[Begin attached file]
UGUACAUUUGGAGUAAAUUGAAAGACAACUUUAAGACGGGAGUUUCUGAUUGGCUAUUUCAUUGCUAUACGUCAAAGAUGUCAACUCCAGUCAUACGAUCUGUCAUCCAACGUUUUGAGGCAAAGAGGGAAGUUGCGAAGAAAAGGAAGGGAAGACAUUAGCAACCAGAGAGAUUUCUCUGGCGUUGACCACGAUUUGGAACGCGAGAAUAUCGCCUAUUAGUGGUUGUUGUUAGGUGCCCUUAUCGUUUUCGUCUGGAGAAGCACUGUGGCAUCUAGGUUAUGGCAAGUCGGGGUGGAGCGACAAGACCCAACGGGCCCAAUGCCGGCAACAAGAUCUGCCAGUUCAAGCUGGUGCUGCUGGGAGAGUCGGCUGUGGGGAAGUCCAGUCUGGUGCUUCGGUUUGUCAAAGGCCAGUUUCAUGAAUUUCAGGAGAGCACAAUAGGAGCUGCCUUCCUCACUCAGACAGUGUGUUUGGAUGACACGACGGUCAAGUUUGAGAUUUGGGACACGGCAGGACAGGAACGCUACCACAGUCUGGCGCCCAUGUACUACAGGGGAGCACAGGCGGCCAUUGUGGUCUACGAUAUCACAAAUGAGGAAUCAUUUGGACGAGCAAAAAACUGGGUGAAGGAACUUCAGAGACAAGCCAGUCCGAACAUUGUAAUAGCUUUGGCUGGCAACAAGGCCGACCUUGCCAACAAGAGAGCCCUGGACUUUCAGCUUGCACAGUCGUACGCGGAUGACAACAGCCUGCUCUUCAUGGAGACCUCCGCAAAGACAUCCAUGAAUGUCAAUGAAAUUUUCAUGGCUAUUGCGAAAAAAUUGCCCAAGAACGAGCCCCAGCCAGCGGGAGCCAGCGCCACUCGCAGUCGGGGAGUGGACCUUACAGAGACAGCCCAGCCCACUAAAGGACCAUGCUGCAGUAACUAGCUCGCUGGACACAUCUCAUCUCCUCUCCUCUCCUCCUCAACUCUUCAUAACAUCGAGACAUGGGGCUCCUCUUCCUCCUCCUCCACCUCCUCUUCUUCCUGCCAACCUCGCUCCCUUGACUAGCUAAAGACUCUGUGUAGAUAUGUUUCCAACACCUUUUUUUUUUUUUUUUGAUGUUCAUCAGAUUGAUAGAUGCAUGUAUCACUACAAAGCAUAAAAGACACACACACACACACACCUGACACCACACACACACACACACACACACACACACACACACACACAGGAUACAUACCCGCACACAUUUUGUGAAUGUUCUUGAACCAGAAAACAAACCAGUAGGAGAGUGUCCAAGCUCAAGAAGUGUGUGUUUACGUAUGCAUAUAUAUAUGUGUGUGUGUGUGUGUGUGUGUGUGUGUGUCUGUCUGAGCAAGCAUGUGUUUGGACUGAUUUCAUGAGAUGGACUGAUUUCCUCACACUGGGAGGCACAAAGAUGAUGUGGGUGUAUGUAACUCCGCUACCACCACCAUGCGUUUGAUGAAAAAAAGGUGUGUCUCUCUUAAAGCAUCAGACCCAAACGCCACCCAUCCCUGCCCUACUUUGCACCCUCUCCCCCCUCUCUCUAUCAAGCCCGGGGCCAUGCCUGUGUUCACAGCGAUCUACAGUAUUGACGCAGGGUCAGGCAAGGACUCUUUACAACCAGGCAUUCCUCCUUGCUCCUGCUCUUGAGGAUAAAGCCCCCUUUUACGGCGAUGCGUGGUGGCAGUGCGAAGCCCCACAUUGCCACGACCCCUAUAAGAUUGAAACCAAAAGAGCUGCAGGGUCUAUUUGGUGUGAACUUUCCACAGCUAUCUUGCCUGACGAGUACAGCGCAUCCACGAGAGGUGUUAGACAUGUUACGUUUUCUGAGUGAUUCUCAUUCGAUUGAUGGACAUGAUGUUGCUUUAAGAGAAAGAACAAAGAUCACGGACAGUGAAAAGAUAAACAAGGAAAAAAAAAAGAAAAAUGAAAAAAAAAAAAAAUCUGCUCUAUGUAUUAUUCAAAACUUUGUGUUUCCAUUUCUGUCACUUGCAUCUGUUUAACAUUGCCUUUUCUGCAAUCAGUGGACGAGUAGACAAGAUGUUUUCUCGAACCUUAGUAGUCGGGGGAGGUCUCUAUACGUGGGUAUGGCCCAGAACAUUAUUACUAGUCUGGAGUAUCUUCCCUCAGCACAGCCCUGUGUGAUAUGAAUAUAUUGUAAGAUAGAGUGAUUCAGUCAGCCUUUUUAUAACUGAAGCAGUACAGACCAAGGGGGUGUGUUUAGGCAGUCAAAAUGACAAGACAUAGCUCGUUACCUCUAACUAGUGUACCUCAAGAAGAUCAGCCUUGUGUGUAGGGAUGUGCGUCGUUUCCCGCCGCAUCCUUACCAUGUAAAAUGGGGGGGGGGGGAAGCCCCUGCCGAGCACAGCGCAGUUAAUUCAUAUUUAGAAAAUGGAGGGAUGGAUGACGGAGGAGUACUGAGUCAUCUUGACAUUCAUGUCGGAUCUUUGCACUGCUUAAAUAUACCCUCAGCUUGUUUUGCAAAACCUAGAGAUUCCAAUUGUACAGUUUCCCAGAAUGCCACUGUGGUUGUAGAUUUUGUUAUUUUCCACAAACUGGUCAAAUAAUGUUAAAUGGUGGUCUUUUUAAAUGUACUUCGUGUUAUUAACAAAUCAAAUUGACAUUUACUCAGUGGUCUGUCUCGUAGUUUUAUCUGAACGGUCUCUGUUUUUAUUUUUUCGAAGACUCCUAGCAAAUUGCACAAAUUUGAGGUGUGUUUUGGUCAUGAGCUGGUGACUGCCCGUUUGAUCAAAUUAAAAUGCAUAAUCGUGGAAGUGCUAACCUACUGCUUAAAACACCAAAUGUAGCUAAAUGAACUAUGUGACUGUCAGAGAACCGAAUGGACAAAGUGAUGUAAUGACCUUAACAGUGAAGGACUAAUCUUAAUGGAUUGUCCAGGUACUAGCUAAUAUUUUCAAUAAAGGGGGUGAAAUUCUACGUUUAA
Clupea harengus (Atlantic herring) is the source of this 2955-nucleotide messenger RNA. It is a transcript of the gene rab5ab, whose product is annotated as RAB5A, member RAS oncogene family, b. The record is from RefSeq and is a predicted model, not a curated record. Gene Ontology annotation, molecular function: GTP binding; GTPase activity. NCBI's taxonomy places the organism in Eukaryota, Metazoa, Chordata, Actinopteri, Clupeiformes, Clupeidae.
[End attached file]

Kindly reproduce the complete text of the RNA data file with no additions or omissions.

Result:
UGUACAUUUGGAGUAAAUUGAAAGACAACUUUAAGACGGGAGUUUCUGAUUGGCUAUUUCAUUGCUAUACGUCAAAGAUGUCAACUCCAGUCAUACGAUCUGUCAUCCAACGUUUUGAGGCAAAGAGGGAAGUUGCGAAGAAAAGGAAGGGAAGACAUUAGCAACCAGAGAGAUUUCUCUGGCGUUGACCACGAUUUGGAACGCGAGAAUAUCGCCUAUUAGUGGUUGUUGUUAGGUGCCCUUAUCGUUUUCGUCUGGAGAAGCACUGUGGCAUCUAGGUUAUGGCAAGUCGGGGUGGAGCGACAAGACCCAACGGGCCCAAUGCCGGCAACAAGAUCUGCCAGUUCAAGCUGGUGCUGCUGGGAGAGUCGGCUGUGGGGAAGUCCAGUCUGGUGCUUCGGUUUGUCAAAGGCCAGUUUCAUGAAUUUCAGGAGAGCACAAUAGGAGCUGCCUUCCUCACUCAGACAGUGUGUUUGGAUGACACGACGGUCAAGUUUGAGAUUUGGGACACGGCAGGACAGGAACGCUACCACAGUCUGGCGCCCAUGUACUACAGGGGAGCACAGGCGGCCAUUGUGGUCUACGAUAUCACAAAUGAGGAAUCAUUUGGACGAGCAAAAAACUGGGUGAAGGAACUUCAGAGACAAGCCAGUCCGAACAUUGUAAUAGCUUUGGCUGGCAACAAGGCCGACCUUGCCAACAAGAGAGCCCUGGACUUUCAGCUUGCACAGUCGUACGCGGAUGACAACAGCCUGCUCUUCAUGGAGACCUCCGCAAAGACAUCCAUGAAUGUCAAUGAAAUUUUCAUGGCUAUUGCGAAAAAAUUGCCCAAGAACGAGCCCCAGCCAGCGGGAGCCAGCGCCACUCGCAGUCGGGGAGUGGACCUUACAGAGACAGCCCAGCCCACUAAAGGACCAUGCUGCAGUAACUAGCUCGCUGGACACAUCUCAUCUCCUCUCCUCUCCUCCUCAACUCUUCAUAACAUCGAGACAUGGGGCUCCUCUUCCUCCUCCUCCACCUCCUCUUCUUCCUGCCAACCUCGCUCCCUUGACUAGCUAAAGACUCUGUGUAGAUAUGUUUCCAACACCUUUUUUUUUUUUUUUUGAUGUUCAUCAGAUUGAUAGAUGCAUGUAUCACUACAAAGCAUAAAAGACACACACACACACACACCUGACACCACACACACACACACACACACACACACACACACACACACAGGAUACAUACCCGCACACAUUUUGUGAAUGUUCUUGAACCAGAAAACAAACCAGUAGGAGAGUGUCCAAGCUCAAGAAGUGUGUGUUUACGUAUGCAUAUAUAUAUGUGUGUGUGUGUGUGUGUGUGUGUGUGUGUCUGUCUGAGCAAGCAUGUGUUUGGACUGAUUUCAUGAGAUGGACUGAUUUCCUCACACUGGGAGGCACAAAGAUGAUGUGGGUGUAUGUAACUCCGCUACCACCACCAUGCGUUUGAUGAAAAAAAGGUGUGUCUCUCUUAAAGCAUCAGACCCAAACGCCACCCAUCCCUGCCCUACUUUGCACCCUCUCCCCCCUCUCUCUAUCAAGCCCGGGGCCAUGCCUGUGUUCACAGCGAUCUACAGUAUUGACGCAGGGUCAGGCAAGGACUCUUUACAACCAGGCAUUCCUCCUUGCUCCUGCUCUUGAGGAUAAAGCCCCCUUUUACGGCGAUGCGUGGUGGCAGUGCGAAGCCCCACAUUGCCACGACCCCUAUAAGAUUGAAACCAAAAGAGCUGCAGGGUCUAUUUGGUGUGAACUUUCCACAGCUAUCUUGCCUGACGAGUACAGCGCAUCCACGAGAGGUGUUAGACAUGUUACGUUUUCUGAGUGAUUCUCAUUCGAUUGAUGGACAUGAUGUUGCUUUAAGAGAAAGAACAAAGAUCACGGACAGUGAAAAGAUAAACAAGGAAAAAAAAAAGAAAAAUGAAAAAAAAAAAAAAUCUGCUCUAUGUAUUAUUCAAAACUUUGUGUUUCCAUUUCUGUCACUUGCAUCUGUUUAACAUUGCCUUUUCUGCAAUCAGUGGACGAGUAGACAAGAUGUUUUCUCGAACCUUAGUAGUCGGGGGAGGUCUCUAUACGUGGGUAUGGCCCAGAACAUUAUUACUAGUCUGGAGUAUCUUCCCUCAGCACAGCCCUGUGUGAUAUGAAUAUAUUGUAAGAUAGAGUGAUUCAGUCAGCCUUUUUAUAACUGAAGCAGUACAGACCAAGGGGGUGUGUUUAGGCAGUCAAAAUGACAAGACAUAGCUCGUUACCUCUAACUAGUGUACCUCAAGAAGAUCAGCCUUGUGUGUAGGGAUGUGCGUCGUUUCCCGCCGCAUCCUUACCAUGUAAAAUGGGGGGGGGGGGAAGCCCCUGCCGAGCACAGCGCAGUUAAUUCAUAUUUAGAAAAUGGAGGGAUGGAUGACGGAGGAGUACUGAGUCAUCUUGACAUUCAUGUCGGAUCUUUGCACUGCUUAAAUAUACCCUCAGCUUGUUUUGCAAAACCUAGAGAUUCCAAUUGUACAGUUUCCCAGAAUGCCACUGUGGUUGUAGAUUUUGUUAUUUUCCACAAACUGGUCAAAUAAUGUUAAAUGGUGGUCUUUUUAAAUGUACUUCGUGUUAUUAACAAAUCAAAUUGACAUUUACUCAGUGGUCUGUCUCGUAGUUUUAUCUGAACGGUCUCUGUUUUUAUUUUUUCGAAGACUCCUAGCAAAUUGCACAAAUUUGAGGUGUGUUUUGGUCAUGAGCUGGUGACUGCCCGUUUGAUCAAAUUAAAAUGCAUAAUCGUGGAAGUGCUAACCUACUGCUUAAAACACCAAAUGUAGCUAAAUGAACUAUGUGACUGUCAGAGAACCGAAUGGACAAAGUGAUGUAAUGACCUUAACAGUGAAGGACUAAUCUUAAUGGAUUGUCCAGGUACUAGCUAAUAUUUUCAAUAAAGGGGGUGAAAUUCUACGUUUAA
Clupea harengus (Atlantic herring) is the source of this 2955-nucleotide messenger RNA. It is a transcript of the gene rab5ab, whose product is annotated as RAB5A, member RAS oncogene family, b. The record is from RefSeq and is a predicted model, not a curated record. Gene Ontology annotation, molecular function: GTP binding; GTPase activity. NCBI's taxonomy places the organism in Eukaryota, Metazoa, Chordata, Actinopteri, Clupeiformes, Clupeidae.